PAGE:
March 2016 archive

The Rise of Superman: Decoding the Science of Ultimate Performance


There’s a beautiful place where people go to create the some of the world’s most elaborate and innovative projects. It’s a place where people live in total bliss, all their worries melt away and nothing matters except the present. It’s a happy place where anyone can go—no velvet ropes or membership required.

Many of us have experienced this magical place and we spend most of our lives in search of it. If you’ve ever lost time working on a project and have forgotten about everything around you, then you know what I’m talking about. It’s a place of mindfulness. Some people refer to this state as “the zone”. Steven Kotler refers to it as “flow” in his book The Rise of Superman: Decoding the Science of Ultimate Human Performance.

Flow is the mental state that drives you to accomplish the project you set forth to do. Not only do you accomplish it, but flow is also what catapults average performers into the greats. Kotler describes flow as “an optimal state of consciousness, a peak state where we both feel our best and perform our best.” This is where people grow and develop to become the best of the best in their field. Flow is what drives musicians to perfect an instrument and athletes to win gold medals at the Olympics.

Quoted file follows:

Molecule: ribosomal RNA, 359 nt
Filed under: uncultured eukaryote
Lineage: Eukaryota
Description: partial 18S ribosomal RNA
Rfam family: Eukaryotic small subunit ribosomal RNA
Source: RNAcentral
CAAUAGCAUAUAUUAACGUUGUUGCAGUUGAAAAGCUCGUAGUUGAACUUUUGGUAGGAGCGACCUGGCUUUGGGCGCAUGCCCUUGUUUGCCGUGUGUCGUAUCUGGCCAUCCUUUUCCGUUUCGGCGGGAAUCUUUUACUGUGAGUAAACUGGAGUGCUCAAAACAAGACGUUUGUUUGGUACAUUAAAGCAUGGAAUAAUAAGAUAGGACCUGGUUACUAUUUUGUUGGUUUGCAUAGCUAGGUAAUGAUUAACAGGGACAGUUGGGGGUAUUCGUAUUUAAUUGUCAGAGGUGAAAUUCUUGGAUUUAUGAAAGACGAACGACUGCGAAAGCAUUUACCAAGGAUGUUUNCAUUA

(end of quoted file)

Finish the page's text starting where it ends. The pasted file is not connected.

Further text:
It’s empowering to know that we all have access. Many people dislike their jobs because they spend day after day outside this state. Imagine working at a job where time flies, performance and productivity exponentially increase, and self vanishes. It’s the state where the saying “If you do what you love, you’ll never work a day in your life“ was born.

It’s amazing that we have the ability to live in this natural state of bliss, but yet, many people choose to go with their daily lives unenthused about the project at hand and spend their day daydreaming about the future wishing their lives were different instead of living in the present.

Kolter intertwines research with stories on extreme sports. If you’re not into psychology or the inter-workings of your brain, then just skim the first chapter. I’m only telling you this because after that, it’s fascinating stories of athletes who will inspire you to find your flow.

It offers an interesting glimpse into why some people excel at certain activities and why other just coast. How well we rise above the rest comes down to our mental state and the rest of our body is just along for the ride.

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